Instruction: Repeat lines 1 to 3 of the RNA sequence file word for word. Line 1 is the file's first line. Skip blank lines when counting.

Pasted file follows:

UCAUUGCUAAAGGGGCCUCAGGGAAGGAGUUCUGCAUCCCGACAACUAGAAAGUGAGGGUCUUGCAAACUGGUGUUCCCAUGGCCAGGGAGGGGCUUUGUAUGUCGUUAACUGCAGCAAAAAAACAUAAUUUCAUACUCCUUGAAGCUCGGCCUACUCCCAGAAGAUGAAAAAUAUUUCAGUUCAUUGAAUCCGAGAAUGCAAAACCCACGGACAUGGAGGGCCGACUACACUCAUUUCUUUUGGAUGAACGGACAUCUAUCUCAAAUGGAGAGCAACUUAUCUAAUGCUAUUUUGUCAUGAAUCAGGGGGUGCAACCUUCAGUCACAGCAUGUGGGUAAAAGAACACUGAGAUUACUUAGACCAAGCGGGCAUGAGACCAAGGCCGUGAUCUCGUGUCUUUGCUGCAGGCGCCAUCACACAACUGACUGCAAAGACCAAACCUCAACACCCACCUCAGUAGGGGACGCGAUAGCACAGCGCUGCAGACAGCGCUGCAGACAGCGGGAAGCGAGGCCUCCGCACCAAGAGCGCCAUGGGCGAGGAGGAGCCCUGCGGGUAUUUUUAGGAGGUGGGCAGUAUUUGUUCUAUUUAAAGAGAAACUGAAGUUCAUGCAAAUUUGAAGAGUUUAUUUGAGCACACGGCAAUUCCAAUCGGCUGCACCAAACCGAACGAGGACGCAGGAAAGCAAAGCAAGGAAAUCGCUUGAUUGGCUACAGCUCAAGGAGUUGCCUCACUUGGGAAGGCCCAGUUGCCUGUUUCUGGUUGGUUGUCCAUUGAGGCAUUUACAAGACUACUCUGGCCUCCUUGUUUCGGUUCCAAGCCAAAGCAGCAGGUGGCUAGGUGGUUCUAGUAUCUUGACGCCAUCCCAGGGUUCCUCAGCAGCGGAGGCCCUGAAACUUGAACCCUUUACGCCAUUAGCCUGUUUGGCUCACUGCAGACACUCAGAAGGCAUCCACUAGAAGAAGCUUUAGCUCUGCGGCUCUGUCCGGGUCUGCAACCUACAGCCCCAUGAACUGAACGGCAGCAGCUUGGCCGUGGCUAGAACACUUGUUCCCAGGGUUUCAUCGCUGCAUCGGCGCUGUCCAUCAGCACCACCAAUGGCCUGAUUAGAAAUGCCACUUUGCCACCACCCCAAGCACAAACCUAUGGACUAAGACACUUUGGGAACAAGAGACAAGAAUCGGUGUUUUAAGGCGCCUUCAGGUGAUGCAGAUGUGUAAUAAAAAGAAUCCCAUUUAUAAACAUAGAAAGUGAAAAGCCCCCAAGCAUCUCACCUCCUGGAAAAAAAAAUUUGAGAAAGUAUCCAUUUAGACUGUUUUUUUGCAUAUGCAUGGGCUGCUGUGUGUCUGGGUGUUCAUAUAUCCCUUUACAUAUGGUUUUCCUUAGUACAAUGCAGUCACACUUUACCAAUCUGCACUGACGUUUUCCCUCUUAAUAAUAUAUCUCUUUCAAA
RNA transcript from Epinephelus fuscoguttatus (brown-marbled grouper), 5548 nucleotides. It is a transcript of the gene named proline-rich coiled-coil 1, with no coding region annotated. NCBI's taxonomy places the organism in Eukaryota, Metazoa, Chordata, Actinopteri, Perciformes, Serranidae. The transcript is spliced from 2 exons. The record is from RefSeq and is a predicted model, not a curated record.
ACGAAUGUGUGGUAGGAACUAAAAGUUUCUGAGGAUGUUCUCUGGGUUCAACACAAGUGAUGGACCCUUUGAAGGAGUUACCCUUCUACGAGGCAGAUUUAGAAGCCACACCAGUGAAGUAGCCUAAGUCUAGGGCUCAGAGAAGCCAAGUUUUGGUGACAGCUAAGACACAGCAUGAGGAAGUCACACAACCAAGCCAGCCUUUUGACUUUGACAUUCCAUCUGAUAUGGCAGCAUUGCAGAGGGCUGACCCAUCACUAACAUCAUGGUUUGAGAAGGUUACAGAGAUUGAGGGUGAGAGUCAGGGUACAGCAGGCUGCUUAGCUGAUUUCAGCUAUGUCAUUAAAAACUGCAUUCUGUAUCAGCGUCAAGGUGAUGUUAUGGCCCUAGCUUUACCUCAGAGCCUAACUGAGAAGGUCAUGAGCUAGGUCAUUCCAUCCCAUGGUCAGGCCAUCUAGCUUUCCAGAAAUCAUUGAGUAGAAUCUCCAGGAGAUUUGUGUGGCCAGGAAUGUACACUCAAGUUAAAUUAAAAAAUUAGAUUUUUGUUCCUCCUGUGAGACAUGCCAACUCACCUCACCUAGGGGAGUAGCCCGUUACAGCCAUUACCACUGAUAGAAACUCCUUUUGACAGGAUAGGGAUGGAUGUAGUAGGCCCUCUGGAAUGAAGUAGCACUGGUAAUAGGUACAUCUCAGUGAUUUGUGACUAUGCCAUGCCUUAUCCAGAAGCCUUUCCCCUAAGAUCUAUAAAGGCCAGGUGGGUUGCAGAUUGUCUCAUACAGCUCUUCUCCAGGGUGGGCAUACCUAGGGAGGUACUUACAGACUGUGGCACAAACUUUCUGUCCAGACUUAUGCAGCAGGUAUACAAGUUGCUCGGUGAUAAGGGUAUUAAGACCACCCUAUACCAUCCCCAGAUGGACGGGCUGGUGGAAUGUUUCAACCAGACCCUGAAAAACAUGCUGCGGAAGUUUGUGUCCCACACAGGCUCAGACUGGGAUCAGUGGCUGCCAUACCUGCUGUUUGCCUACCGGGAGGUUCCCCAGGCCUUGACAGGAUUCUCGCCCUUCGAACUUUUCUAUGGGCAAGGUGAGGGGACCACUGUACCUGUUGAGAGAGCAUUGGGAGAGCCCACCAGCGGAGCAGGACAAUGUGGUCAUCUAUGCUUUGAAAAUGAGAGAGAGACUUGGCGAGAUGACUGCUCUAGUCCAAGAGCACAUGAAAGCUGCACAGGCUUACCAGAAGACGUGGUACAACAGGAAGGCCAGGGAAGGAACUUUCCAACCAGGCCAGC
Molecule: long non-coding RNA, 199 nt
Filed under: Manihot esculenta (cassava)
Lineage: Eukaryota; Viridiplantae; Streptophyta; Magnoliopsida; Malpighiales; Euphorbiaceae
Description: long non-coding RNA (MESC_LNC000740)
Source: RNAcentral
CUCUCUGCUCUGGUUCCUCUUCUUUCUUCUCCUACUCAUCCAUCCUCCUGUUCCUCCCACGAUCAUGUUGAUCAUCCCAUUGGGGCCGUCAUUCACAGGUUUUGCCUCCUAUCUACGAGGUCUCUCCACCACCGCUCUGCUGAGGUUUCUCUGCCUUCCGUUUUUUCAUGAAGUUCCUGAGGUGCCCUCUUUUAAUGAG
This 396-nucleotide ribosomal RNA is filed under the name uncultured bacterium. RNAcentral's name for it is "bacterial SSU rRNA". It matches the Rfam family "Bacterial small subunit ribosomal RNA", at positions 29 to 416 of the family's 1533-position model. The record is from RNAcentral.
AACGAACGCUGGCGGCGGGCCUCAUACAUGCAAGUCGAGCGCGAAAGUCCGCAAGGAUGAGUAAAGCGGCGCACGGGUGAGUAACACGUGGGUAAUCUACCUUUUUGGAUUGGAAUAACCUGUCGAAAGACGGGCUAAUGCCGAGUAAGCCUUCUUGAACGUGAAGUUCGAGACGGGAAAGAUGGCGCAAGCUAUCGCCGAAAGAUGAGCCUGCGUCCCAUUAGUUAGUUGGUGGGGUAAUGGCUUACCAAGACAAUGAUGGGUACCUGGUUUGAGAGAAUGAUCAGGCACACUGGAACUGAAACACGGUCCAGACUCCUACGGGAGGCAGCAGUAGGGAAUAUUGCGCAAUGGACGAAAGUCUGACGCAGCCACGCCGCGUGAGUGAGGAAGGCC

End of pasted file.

UCAUUGCUAAAGGGGCCUCAGGGAAGGAGUUCUGCAUCCCGACAACUAGAAAGUGAGGGUCUUGCAAACUGGUGUUCCCAUGGCCAGGGAGGGGCUUUGUAUGUCGUUAACUGCAGCAAAAAAACAUAAUUUCAUACUCCUUGAAGCUCGGCCUACUCCCAGAAGAUGAAAAAUAUUUCAGUUCAUUGAAUCCGAGAAUGCAAAACCCACGGACAUGGAGGGCCGACUACACUCAUUUCUUUUGGAUGAACGGACAUCUAUCUCAAAUGGAGAGCAACUUAUCUAAUGCUAUUUUGUCAUGAAUCAGGGGGUGCAACCUUCAGUCACAGCAUGUGGGUAAAAGAACACUGAGAUUACUUAGACCAAGCGGGCAUGAGACCAAGGCCGUGAUCUCGUGUCUUUGCUGCAGGCGCCAUCACACAACUGACUGCAAAGACCAAACCUCAACACCCACCUCAGUAGGGGACGCGAUAGCACAGCGCUGCAGACAGCGCUGCAGACAGCGGGAAGCGAGGCCUCCGCACCAAGAGCGCCAUGGGCGAGGAGGAGCCCUGCGGGUAUUUUUAGGAGGUGGGCAGUAUUUGUUCUAUUUAAAGAGAAACUGAAGUUCAUGCAAAUUUGAAGAGUUUAUUUGAGCACACGGCAAUUCCAAUCGGCUGCACCAAACCGAACGAGGACGCAGGAAAGCAAAGCAAGGAAAUCGCUUGAUUGGCUACAGCUCAAGGAGUUGCCUCACUUGGGAAGGCCCAGUUGCCUGUUUCUGGUUGGUUGUCCAUUGAGGCAUUUACAAGACUACUCUGGCCUCCUUGUUUCGGUUCCAAGCCAAAGCAGCAGGUGGCUAGGUGGUUCUAGUAUCUUGACGCCAUCCCAGGGUUCCUCAGCAGCGGAGGCCCUGAAACUUGAACCCUUUACGCCAUUAGCCUGUUUGGCUCACUGCAGACACUCAGAAGGCAUCCACUAGAAGAAGCUUUAGCUCUGCGGCUCUGUCCGGGUCUGCAACCUACAGCCCCAUGAACUGAACGGCAGCAGCUUGGCCGUGGCUAGAACACUUGUUCCCAGGGUUUCAUCGCUGCAUCGGCGCUGUCCAUCAGCACCACCAAUGGCCUGAUUAGAAAUGCCACUUUGCCACCACCCCAAGCACAAACCUAUGGACUAAGACACUUUGGGAACAAGAGACAAGAAUCGGUGUUUUAAGGCGCCUUCAGGUGAUGCAGAUGUGUAAUAAAAAGAAUCCCAUUUAUAAACAUAGAAAGUGAAAAGCCCCCAAGCAUCUCACCUCCUGGAAAAAAAAAUUUGAGAAAGUAUCCAUUUAGACUGUUUUUUUGCAUAUGCAUGGGCUGCUGUGUGUCUGGGUGUUCAUAUAUCCCUUUACAUAUGGUUUUCCUUAGUACAAUGCAGUCACACUUUACCAAUCUGCACUGACGUUUUCCCUCUUAAUAAUAUAUCUCUUUCAAA
RNA transcript from Epinephelus fuscoguttatus (brown-marbled grouper), 5548 nucleotides. It is a transcript of the gene named proline-rich coiled-coil 1, with no coding region annotated. NCBI's taxonomy places the organism in Eukaryota, Metazoa, Chordata, Actinopteri, Perciformes, Serranidae. The transcript is spliced from 2 exons. The record is from RefSeq and is a predicted model, not a curated record.
ACGAAUGUGUGGUAGGAACUAAAAGUUUCUGAGGAUGUUCUCUGGGUUCAACACAAGUGAUGGACCCUUUGAAGGAGUUACCCUUCUACGAGGCAGAUUUAGAAGCCACACCAGUGAAGUAGCCUAAGUCUAGGGCUCAGAGAAGCCAAGUUUUGGUGACAGCUAAGACACAGCAUGAGGAAGUCACACAACCAAGCCAGCCUUUUGACUUUGACAUUCCAUCUGAUAUGGCAGCAUUGCAGAGGGCUGACCCAUCACUAACAUCAUGGUUUGAGAAGGUUACAGAGAUUGAGGGUGAGAGUCAGGGUACAGCAGGCUGCUUAGCUGAUUUCAGCUAUGUCAUUAAAAACUGCAUUCUGUAUCAGCGUCAAGGUGAUGUUAUGGCCCUAGCUUUACCUCAGAGCCUAACUGAGAAGGUCAUGAGCUAGGUCAUUCCAUCCCAUGGUCAGGCCAUCUAGCUUUCCAGAAAUCAUUGAGUAGAAUCUCCAGGAGAUUUGUGUGGCCAGGAAUGUACACUCAAGUUAAAUUAAAAAAUUAGAUUUUUGUUCCUCCUGUGAGACAUGCCAACUCACCUCACCUAGGGGAGUAGCCCGUUACAGCCAUUACCACUGAUAGAAACUCCUUUUGACAGGAUAGGGAUGGAUGUAGUAGGCCCUCUGGAAUGAAGUAGCACUGGUAAUAGGUACAUCUCAGUGAUUUGUGACUAUGCCAUGCCUUAUCCAGAAGCCUUUCCCCUAAGAUCUAUAAAGGCCAGGUGGGUUGCAGAUUGUCUCAUACAGCUCUUCUCCAGGGUGGGCAUACCUAGGGAGGUACUUACAGACUGUGGCACAAACUUUCUGUCCAGACUUAUGCAGCAGGUAUACAAGUUGCUCGGUGAUAAGGGUAUUAAGACCACCCUAUACCAUCCCCAGAUGGACGGGCUGGUGGAAUGUUUCAACCAGACCCUGAAAAACAUGCUGCGGAAGUUUGUGUCCCACACAGGCUCAGACUGGGAUCAGUGGCUGCCAUACCUGCUGUUUGCCUACCGGGAGGUUCCCCAGGCCUUGACAGGAUUCUCGCCCUUCGAACUUUUCUAUGGGCAAGGUGAGGGGACCACUGUACCUGUUGAGAGAGCAUUGGGAGAGCCCACCAGCGGAGCAGGACAAUGUGGUCAUCUAUGCUUUGAAAAUGAGAGAGAGACUUGGCGAGAUGACUGCUCUAGUCCAAGAGCACAUGAAAGCUGCACAGGCUUACCAGAAGACGUGGUACAACAGGAAGGCCAGGGAAGGAACUUUCCAACCAGGCCAGC